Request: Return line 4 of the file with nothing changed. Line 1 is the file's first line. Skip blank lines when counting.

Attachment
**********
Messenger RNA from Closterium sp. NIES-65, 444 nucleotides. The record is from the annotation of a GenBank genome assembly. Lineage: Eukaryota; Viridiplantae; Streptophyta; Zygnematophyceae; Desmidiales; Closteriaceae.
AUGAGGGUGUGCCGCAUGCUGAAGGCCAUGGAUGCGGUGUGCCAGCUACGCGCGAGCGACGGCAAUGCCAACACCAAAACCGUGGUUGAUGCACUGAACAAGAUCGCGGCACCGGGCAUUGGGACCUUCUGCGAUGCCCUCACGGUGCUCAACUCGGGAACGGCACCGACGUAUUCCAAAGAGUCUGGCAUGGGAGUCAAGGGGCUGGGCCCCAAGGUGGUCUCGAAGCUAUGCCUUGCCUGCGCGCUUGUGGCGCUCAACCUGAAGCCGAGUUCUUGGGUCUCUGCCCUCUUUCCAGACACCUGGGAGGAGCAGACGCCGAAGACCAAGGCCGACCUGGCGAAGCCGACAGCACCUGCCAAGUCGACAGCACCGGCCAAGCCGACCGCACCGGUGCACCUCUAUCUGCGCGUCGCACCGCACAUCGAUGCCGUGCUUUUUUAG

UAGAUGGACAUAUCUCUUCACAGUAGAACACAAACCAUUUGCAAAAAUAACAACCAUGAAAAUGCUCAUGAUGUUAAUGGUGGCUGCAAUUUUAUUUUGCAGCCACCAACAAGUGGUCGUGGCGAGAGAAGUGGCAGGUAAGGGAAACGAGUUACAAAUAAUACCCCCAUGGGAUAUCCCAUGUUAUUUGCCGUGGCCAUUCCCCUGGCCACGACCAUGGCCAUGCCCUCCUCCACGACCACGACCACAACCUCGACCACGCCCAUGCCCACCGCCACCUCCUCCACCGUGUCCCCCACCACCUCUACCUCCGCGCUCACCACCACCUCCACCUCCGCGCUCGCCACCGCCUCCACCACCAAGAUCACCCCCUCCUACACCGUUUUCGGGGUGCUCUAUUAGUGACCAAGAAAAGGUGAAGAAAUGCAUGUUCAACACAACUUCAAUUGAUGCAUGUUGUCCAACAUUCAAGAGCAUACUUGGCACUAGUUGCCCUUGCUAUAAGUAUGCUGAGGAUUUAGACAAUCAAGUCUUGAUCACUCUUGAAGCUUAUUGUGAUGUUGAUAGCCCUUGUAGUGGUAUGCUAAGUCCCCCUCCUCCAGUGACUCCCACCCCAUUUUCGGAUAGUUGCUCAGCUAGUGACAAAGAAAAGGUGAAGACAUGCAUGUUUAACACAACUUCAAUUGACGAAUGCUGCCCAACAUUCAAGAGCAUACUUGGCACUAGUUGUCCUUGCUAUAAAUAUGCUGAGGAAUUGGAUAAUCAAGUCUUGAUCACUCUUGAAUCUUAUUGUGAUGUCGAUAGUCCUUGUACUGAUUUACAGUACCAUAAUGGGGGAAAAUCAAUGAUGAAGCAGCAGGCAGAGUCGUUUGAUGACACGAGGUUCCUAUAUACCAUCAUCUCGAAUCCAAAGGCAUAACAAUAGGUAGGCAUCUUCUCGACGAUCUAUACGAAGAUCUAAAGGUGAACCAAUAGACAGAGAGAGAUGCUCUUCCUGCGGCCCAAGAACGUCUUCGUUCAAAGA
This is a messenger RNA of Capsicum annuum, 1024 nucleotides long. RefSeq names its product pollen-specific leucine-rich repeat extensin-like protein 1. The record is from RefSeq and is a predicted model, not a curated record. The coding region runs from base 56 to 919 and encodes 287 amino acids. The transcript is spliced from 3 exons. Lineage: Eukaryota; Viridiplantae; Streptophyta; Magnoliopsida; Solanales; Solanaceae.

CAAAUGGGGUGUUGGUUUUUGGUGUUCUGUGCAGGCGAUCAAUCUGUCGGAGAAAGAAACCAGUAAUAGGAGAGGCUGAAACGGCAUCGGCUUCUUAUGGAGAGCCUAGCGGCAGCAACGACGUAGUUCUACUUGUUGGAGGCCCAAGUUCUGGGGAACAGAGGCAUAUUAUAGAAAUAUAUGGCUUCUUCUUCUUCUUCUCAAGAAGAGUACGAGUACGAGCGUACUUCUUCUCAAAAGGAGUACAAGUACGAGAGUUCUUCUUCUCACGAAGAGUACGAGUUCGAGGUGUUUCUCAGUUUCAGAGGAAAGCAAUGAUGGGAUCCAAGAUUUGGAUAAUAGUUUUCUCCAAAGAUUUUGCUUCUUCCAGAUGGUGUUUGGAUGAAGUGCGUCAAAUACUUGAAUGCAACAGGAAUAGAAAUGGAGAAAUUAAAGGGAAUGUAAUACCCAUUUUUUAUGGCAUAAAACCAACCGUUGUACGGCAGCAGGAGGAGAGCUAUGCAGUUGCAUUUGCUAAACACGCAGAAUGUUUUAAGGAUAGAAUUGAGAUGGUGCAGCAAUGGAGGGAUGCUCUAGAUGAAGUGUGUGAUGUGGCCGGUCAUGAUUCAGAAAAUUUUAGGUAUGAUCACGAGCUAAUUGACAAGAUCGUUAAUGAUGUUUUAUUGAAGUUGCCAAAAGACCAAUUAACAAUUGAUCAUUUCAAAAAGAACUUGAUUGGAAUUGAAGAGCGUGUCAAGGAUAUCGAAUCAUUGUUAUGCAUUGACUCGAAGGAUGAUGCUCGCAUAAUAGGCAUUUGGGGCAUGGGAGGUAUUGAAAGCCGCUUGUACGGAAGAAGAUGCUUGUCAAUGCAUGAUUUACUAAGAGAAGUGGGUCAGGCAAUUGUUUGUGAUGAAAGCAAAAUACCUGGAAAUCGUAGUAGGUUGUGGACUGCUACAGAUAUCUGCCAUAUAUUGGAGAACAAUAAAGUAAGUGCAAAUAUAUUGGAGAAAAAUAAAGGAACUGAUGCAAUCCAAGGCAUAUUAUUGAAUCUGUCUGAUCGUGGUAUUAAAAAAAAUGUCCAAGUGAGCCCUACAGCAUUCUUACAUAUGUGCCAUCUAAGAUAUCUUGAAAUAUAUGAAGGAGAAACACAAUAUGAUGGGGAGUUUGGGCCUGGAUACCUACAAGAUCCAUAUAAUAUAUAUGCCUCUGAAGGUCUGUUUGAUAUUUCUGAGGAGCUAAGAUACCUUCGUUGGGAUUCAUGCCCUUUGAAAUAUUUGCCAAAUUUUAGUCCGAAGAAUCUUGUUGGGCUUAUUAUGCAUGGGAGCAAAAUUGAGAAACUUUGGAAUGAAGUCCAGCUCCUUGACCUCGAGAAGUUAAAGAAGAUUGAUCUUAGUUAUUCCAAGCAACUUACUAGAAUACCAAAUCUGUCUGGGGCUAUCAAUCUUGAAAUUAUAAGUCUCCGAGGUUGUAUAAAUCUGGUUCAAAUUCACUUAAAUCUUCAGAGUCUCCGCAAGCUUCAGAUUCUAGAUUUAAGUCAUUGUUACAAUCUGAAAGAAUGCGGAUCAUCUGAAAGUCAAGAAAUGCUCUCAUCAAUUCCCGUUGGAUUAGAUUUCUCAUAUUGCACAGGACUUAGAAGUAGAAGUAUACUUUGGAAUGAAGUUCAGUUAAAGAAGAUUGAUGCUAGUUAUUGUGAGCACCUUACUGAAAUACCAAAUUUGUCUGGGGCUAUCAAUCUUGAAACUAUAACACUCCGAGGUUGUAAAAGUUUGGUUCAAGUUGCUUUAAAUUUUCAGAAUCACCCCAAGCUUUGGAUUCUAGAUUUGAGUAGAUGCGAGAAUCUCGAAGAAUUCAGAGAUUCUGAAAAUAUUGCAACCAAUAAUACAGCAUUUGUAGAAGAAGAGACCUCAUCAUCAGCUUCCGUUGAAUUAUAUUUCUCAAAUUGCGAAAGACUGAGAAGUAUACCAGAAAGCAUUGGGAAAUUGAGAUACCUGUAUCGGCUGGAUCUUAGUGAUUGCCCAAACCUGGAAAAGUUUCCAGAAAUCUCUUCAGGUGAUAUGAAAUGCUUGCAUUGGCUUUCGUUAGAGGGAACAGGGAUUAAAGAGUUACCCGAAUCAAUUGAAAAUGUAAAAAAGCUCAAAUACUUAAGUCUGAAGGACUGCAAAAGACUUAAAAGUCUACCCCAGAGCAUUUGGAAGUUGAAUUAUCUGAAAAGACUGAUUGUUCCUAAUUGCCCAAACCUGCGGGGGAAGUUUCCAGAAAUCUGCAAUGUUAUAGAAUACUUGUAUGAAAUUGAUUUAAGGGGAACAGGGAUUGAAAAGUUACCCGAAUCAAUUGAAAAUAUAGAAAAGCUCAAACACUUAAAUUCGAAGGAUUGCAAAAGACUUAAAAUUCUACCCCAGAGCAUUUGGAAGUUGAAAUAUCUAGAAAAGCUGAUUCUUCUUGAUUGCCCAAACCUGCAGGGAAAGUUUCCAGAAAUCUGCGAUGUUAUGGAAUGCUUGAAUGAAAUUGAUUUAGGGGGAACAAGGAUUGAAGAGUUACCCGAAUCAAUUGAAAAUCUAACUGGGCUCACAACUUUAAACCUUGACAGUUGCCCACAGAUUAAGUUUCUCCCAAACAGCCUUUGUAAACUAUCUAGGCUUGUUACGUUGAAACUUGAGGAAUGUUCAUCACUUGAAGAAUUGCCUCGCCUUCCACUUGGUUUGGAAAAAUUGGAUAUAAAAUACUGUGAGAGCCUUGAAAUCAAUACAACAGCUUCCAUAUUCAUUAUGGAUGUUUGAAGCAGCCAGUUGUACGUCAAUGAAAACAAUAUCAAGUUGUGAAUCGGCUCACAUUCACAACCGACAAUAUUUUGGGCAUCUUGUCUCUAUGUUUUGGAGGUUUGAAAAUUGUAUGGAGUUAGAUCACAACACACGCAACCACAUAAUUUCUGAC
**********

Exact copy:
This is a messenger RNA of Capsicum annuum, 1024 nucleotides long. RefSeq names its product pollen-specific leucine-rich repeat extensin-like protein 1. The record is from RefSeq and is a predicted model, not a curated record. The coding region runs from base 56 to 919 and encodes 287 amino acids. The transcript is spliced from 3 exons. Lineage: Eukaryota; Viridiplantae; Streptophyta; Magnoliopsida; Solanales; Solanaceae.